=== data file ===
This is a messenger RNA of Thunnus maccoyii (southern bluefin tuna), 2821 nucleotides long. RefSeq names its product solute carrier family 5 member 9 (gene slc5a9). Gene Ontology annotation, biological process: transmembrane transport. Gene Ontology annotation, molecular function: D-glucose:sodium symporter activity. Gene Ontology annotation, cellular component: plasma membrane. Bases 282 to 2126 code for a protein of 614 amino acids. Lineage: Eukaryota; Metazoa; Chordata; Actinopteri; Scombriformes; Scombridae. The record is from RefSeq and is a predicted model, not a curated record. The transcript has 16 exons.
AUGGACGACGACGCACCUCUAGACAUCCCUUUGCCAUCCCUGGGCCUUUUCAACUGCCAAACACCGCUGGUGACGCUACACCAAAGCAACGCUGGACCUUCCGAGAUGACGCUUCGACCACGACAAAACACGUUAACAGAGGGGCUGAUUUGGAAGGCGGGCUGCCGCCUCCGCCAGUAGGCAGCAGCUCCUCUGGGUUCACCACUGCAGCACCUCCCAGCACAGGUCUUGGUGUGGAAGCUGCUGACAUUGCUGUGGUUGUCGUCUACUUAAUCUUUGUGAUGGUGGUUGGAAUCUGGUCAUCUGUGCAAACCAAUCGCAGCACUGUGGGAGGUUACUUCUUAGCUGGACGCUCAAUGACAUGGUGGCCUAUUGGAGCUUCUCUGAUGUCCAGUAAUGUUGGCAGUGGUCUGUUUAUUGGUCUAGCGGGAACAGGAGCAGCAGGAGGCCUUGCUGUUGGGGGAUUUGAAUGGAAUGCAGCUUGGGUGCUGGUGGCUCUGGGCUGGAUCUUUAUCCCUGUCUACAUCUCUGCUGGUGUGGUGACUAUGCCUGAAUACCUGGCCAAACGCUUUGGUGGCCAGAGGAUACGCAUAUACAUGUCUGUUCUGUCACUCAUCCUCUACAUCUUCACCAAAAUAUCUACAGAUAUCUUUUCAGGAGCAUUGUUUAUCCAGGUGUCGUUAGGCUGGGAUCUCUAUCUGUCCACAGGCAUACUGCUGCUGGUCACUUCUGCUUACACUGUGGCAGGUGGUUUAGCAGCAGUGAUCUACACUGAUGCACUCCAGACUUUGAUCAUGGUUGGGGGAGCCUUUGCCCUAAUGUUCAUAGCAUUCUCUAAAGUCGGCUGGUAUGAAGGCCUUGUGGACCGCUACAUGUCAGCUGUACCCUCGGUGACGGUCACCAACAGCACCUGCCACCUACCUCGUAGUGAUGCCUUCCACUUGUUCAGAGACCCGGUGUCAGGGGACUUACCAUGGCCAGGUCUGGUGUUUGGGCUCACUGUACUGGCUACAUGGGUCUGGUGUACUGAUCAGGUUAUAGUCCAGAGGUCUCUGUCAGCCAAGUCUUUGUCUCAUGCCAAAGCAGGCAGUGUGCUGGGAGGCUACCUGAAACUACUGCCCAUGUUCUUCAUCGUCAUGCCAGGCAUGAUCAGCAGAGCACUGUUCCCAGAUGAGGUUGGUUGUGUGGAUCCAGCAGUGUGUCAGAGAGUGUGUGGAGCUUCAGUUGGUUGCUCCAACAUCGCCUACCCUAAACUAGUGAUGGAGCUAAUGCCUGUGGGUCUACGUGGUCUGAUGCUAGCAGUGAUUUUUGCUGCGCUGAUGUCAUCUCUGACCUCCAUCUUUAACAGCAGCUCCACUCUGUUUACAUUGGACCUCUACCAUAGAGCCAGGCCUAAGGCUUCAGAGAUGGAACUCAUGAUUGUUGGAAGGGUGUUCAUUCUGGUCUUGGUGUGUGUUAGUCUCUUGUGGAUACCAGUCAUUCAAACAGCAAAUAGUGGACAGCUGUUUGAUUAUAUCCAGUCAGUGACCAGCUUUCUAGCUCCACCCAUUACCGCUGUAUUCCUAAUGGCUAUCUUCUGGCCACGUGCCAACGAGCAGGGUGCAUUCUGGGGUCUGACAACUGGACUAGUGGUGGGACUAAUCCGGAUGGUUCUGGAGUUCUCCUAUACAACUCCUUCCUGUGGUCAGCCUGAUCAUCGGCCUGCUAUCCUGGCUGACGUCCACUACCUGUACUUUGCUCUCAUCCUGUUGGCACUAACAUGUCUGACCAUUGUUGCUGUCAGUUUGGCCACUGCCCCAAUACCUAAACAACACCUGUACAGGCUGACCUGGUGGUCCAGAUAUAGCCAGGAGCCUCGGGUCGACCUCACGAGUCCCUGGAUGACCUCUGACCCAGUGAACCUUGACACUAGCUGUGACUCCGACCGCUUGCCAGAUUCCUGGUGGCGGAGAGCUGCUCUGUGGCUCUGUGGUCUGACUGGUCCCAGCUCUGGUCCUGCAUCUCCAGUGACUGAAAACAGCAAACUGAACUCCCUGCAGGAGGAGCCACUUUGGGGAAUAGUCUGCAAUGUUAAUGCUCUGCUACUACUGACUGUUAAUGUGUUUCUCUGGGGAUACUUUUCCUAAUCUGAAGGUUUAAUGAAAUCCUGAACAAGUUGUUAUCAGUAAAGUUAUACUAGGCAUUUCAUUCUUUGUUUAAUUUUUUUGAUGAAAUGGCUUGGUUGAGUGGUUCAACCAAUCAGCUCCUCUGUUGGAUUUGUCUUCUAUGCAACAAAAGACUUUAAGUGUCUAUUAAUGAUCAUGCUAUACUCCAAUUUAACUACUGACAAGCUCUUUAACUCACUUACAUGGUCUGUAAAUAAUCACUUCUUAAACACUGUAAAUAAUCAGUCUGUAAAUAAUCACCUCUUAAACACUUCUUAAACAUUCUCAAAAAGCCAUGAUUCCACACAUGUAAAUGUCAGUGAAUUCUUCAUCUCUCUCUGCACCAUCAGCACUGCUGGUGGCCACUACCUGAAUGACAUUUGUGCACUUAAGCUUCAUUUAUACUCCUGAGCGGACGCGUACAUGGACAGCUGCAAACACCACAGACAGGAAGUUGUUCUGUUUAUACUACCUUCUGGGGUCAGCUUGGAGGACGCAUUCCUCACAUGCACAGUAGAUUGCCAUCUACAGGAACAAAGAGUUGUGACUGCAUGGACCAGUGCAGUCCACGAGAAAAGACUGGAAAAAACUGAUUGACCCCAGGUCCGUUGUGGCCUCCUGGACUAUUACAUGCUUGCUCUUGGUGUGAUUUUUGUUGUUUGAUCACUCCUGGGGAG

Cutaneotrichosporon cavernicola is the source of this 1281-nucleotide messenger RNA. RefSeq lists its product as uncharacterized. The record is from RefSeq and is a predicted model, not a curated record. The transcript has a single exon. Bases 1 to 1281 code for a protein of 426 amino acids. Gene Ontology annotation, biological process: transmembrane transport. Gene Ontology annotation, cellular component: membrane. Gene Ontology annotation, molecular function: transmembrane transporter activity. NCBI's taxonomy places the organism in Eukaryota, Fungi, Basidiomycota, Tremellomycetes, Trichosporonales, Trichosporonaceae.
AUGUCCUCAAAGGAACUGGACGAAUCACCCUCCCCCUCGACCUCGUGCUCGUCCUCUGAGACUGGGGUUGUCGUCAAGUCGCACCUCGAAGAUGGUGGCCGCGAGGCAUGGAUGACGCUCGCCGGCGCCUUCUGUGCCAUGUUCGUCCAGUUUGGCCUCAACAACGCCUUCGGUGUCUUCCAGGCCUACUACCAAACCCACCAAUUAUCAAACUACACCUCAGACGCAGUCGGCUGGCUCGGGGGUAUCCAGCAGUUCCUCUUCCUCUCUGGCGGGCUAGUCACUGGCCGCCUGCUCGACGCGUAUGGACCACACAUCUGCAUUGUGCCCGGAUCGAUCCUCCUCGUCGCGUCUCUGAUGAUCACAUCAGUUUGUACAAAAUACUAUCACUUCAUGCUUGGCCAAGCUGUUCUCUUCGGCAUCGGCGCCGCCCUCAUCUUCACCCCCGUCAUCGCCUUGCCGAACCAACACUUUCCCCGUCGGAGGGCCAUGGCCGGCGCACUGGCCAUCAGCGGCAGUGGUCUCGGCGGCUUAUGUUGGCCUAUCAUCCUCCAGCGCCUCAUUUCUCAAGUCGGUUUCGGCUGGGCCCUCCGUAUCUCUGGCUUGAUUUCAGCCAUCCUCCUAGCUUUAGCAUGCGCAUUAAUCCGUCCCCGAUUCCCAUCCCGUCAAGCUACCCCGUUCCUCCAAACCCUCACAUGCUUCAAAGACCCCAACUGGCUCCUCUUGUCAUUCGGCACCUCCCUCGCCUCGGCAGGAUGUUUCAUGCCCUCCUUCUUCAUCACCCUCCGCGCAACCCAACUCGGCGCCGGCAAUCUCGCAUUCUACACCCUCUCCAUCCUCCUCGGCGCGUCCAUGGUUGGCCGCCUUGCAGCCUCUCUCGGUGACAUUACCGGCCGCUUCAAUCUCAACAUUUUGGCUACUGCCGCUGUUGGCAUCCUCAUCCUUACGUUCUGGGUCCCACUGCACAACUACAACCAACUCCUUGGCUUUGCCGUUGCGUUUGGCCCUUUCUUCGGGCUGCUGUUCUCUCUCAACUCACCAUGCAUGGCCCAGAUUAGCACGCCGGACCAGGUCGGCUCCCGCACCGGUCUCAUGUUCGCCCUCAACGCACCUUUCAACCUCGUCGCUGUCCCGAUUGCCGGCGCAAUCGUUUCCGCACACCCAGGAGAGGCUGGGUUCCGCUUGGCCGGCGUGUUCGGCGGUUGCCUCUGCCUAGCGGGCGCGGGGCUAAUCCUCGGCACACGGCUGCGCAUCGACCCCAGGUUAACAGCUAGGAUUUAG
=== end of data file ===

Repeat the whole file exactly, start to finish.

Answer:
This is a messenger RNA of Thunnus maccoyii (southern bluefin tuna), 2821 nucleotides long. RefSeq names its product solute carrier family 5 member 9 (gene slc5a9). Gene Ontology annotation, biological process: transmembrane transport. Gene Ontology annotation, molecular function: D-glucose:sodium symporter activity. Gene Ontology annotation, cellular component: plasma membrane. Bases 282 to 2126 code for a protein of 614 amino acids. Lineage: Eukaryota; Metazoa; Chordata; Actinopteri; Scombriformes; Scombridae. The record is from RefSeq and is a predicted model, not a curated record. The transcript has 16 exons.
AUGGACGACGACGCACCUCUAGACAUCCCUUUGCCAUCCCUGGGCCUUUUCAACUGCCAAACACCGCUGGUGACGCUACACCAAAGCAACGCUGGACCUUCCGAGAUGACGCUUCGACCACGACAAAACACGUUAACAGAGGGGCUGAUUUGGAAGGCGGGCUGCCGCCUCCGCCAGUAGGCAGCAGCUCCUCUGGGUUCACCACUGCAGCACCUCCCAGCACAGGUCUUGGUGUGGAAGCUGCUGACAUUGCUGUGGUUGUCGUCUACUUAAUCUUUGUGAUGGUGGUUGGAAUCUGGUCAUCUGUGCAAACCAAUCGCAGCACUGUGGGAGGUUACUUCUUAGCUGGACGCUCAAUGACAUGGUGGCCUAUUGGAGCUUCUCUGAUGUCCAGUAAUGUUGGCAGUGGUCUGUUUAUUGGUCUAGCGGGAACAGGAGCAGCAGGAGGCCUUGCUGUUGGGGGAUUUGAAUGGAAUGCAGCUUGGGUGCUGGUGGCUCUGGGCUGGAUCUUUAUCCCUGUCUACAUCUCUGCUGGUGUGGUGACUAUGCCUGAAUACCUGGCCAAACGCUUUGGUGGCCAGAGGAUACGCAUAUACAUGUCUGUUCUGUCACUCAUCCUCUACAUCUUCACCAAAAUAUCUACAGAUAUCUUUUCAGGAGCAUUGUUUAUCCAGGUGUCGUUAGGCUGGGAUCUCUAUCUGUCCACAGGCAUACUGCUGCUGGUCACUUCUGCUUACACUGUGGCAGGUGGUUUAGCAGCAGUGAUCUACACUGAUGCACUCCAGACUUUGAUCAUGGUUGGGGGAGCCUUUGCCCUAAUGUUCAUAGCAUUCUCUAAAGUCGGCUGGUAUGAAGGCCUUGUGGACCGCUACAUGUCAGCUGUACCCUCGGUGACGGUCACCAACAGCACCUGCCACCUACCUCGUAGUGAUGCCUUCCACUUGUUCAGAGACCCGGUGUCAGGGGACUUACCAUGGCCAGGUCUGGUGUUUGGGCUCACUGUACUGGCUACAUGGGUCUGGUGUACUGAUCAGGUUAUAGUCCAGAGGUCUCUGUCAGCCAAGUCUUUGUCUCAUGCCAAAGCAGGCAGUGUGCUGGGAGGCUACCUGAAACUACUGCCCAUGUUCUUCAUCGUCAUGCCAGGCAUGAUCAGCAGAGCACUGUUCCCAGAUGAGGUUGGUUGUGUGGAUCCAGCAGUGUGUCAGAGAGUGUGUGGAGCUUCAGUUGGUUGCUCCAACAUCGCCUACCCUAAACUAGUGAUGGAGCUAAUGCCUGUGGGUCUACGUGGUCUGAUGCUAGCAGUGAUUUUUGCUGCGCUGAUGUCAUCUCUGACCUCCAUCUUUAACAGCAGCUCCACUCUGUUUACAUUGGACCUCUACCAUAGAGCCAGGCCUAAGGCUUCAGAGAUGGAACUCAUGAUUGUUGGAAGGGUGUUCAUUCUGGUCUUGGUGUGUGUUAGUCUCUUGUGGAUACCAGUCAUUCAAACAGCAAAUAGUGGACAGCUGUUUGAUUAUAUCCAGUCAGUGACCAGCUUUCUAGCUCCACCCAUUACCGCUGUAUUCCUAAUGGCUAUCUUCUGGCCACGUGCCAACGAGCAGGGUGCAUUCUGGGGUCUGACAACUGGACUAGUGGUGGGACUAAUCCGGAUGGUUCUGGAGUUCUCCUAUACAACUCCUUCCUGUGGUCAGCCUGAUCAUCGGCCUGCUAUCCUGGCUGACGUCCACUACCUGUACUUUGCUCUCAUCCUGUUGGCACUAACAUGUCUGACCAUUGUUGCUGUCAGUUUGGCCACUGCCCCAAUACCUAAACAACACCUGUACAGGCUGACCUGGUGGUCCAGAUAUAGCCAGGAGCCUCGGGUCGACCUCACGAGUCCCUGGAUGACCUCUGACCCAGUGAACCUUGACACUAGCUGUGACUCCGACCGCUUGCCAGAUUCCUGGUGGCGGAGAGCUGCUCUGUGGCUCUGUGGUCUGACUGGUCCCAGCUCUGGUCCUGCAUCUCCAGUGACUGAAAACAGCAAACUGAACUCCCUGCAGGAGGAGCCACUUUGGGGAAUAGUCUGCAAUGUUAAUGCUCUGCUACUACUGACUGUUAAUGUGUUUCUCUGGGGAUACUUUUCCUAAUCUGAAGGUUUAAUGAAAUCCUGAACAAGUUGUUAUCAGUAAAGUUAUACUAGGCAUUUCAUUCUUUGUUUAAUUUUUUUGAUGAAAUGGCUUGGUUGAGUGGUUCAACCAAUCAGCUCCUCUGUUGGAUUUGUCUUCUAUGCAACAAAAGACUUUAAGUGUCUAUUAAUGAUCAUGCUAUACUCCAAUUUAACUACUGACAAGCUCUUUAACUCACUUACAUGGUCUGUAAAUAAUCACUUCUUAAACACUGUAAAUAAUCAGUCUGUAAAUAAUCACCUCUUAAACACUUCUUAAACAUUCUCAAAAAGCCAUGAUUCCACACAUGUAAAUGUCAGUGAAUUCUUCAUCUCUCUCUGCACCAUCAGCACUGCUGGUGGCCACUACCUGAAUGACAUUUGUGCACUUAAGCUUCAUUUAUACUCCUGAGCGGACGCGUACAUGGACAGCUGCAAACACCACAGACAGGAAGUUGUUCUGUUUAUACUACCUUCUGGGGUCAGCUUGGAGGACGCAUUCCUCACAUGCACAGUAGAUUGCCAUCUACAGGAACAAAGAGUUGUGACUGCAUGGACCAGUGCAGUCCACGAGAAAAGACUGGAAAAAACUGAUUGACCCCAGGUCCGUUGUGGCCUCCUGGACUAUUACAUGCUUGCUCUUGGUGUGAUUUUUGUUGUUUGAUCACUCCUGGGGAG

Cutaneotrichosporon cavernicola is the source of this 1281-nucleotide messenger RNA. RefSeq lists its product as uncharacterized. The record is from RefSeq and is a predicted model, not a curated record. The transcript has a single exon. Bases 1 to 1281 code for a protein of 426 amino acids. Gene Ontology annotation, biological process: transmembrane transport. Gene Ontology annotation, cellular component: membrane. Gene Ontology annotation, molecular function: transmembrane transporter activity. NCBI's taxonomy places the organism in Eukaryota, Fungi, Basidiomycota, Tremellomycetes, Trichosporonales, Trichosporonaceae.
AUGUCCUCAAAGGAACUGGACGAAUCACCCUCCCCCUCGACCUCGUGCUCGUCCUCUGAGACUGGGGUUGUCGUCAAGUCGCACCUCGAAGAUGGUGGCCGCGAGGCAUGGAUGACGCUCGCCGGCGCCUUCUGUGCCAUGUUCGUCCAGUUUGGCCUCAACAACGCCUUCGGUGUCUUCCAGGCCUACUACCAAACCCACCAAUUAUCAAACUACACCUCAGACGCAGUCGGCUGGCUCGGGGGUAUCCAGCAGUUCCUCUUCCUCUCUGGCGGGCUAGUCACUGGCCGCCUGCUCGACGCGUAUGGACCACACAUCUGCAUUGUGCCCGGAUCGAUCCUCCUCGUCGCGUCUCUGAUGAUCACAUCAGUUUGUACAAAAUACUAUCACUUCAUGCUUGGCCAAGCUGUUCUCUUCGGCAUCGGCGCCGCCCUCAUCUUCACCCCCGUCAUCGCCUUGCCGAACCAACACUUUCCCCGUCGGAGGGCCAUGGCCGGCGCACUGGCCAUCAGCGGCAGUGGUCUCGGCGGCUUAUGUUGGCCUAUCAUCCUCCAGCGCCUCAUUUCUCAAGUCGGUUUCGGCUGGGCCCUCCGUAUCUCUGGCUUGAUUUCAGCCAUCCUCCUAGCUUUAGCAUGCGCAUUAAUCCGUCCCCGAUUCCCAUCCCGUCAAGCUACCCCGUUCCUCCAAACCCUCACAUGCUUCAAAGACCCCAACUGGCUCCUCUUGUCAUUCGGCACCUCCCUCGCCUCGGCAGGAUGUUUCAUGCCCUCCUUCUUCAUCACCCUCCGCGCAACCCAACUCGGCGCCGGCAAUCUCGCAUUCUACACCCUCUCCAUCCUCCUCGGCGCGUCCAUGGUUGGCCGCCUUGCAGCCUCUCUCGGUGACAUUACCGGCCGCUUCAAUCUCAACAUUUUGGCUACUGCCGCUGUUGGCAUCCUCAUCCUUACGUUCUGGGUCCCACUGCACAACUACAACCAACUCCUUGGCUUUGCCGUUGCGUUUGGCCCUUUCUUCGGGCUGCUGUUCUCUCUCAACUCACCAUGCAUGGCCCAGAUUAGCACGCCGGACCAGGUCGGCUCCCGCACCGGUCUCAUGUUCGCCCUCAACGCACCUUUCAACCUCGUCGCUGUCCCGAUUGCCGGCGCAAUCGUUUCCGCACACCCAGGAGAGGCUGGGUUCCGCUUGGCCGGCGUGUUCGGCGGUUGCCUCUGCCUAGCGGGCGCGGGGCUAAUCCUCGGCACACGGCUGCGCAUCGACCCCAGGUUAACAGCUAGGAUUUAG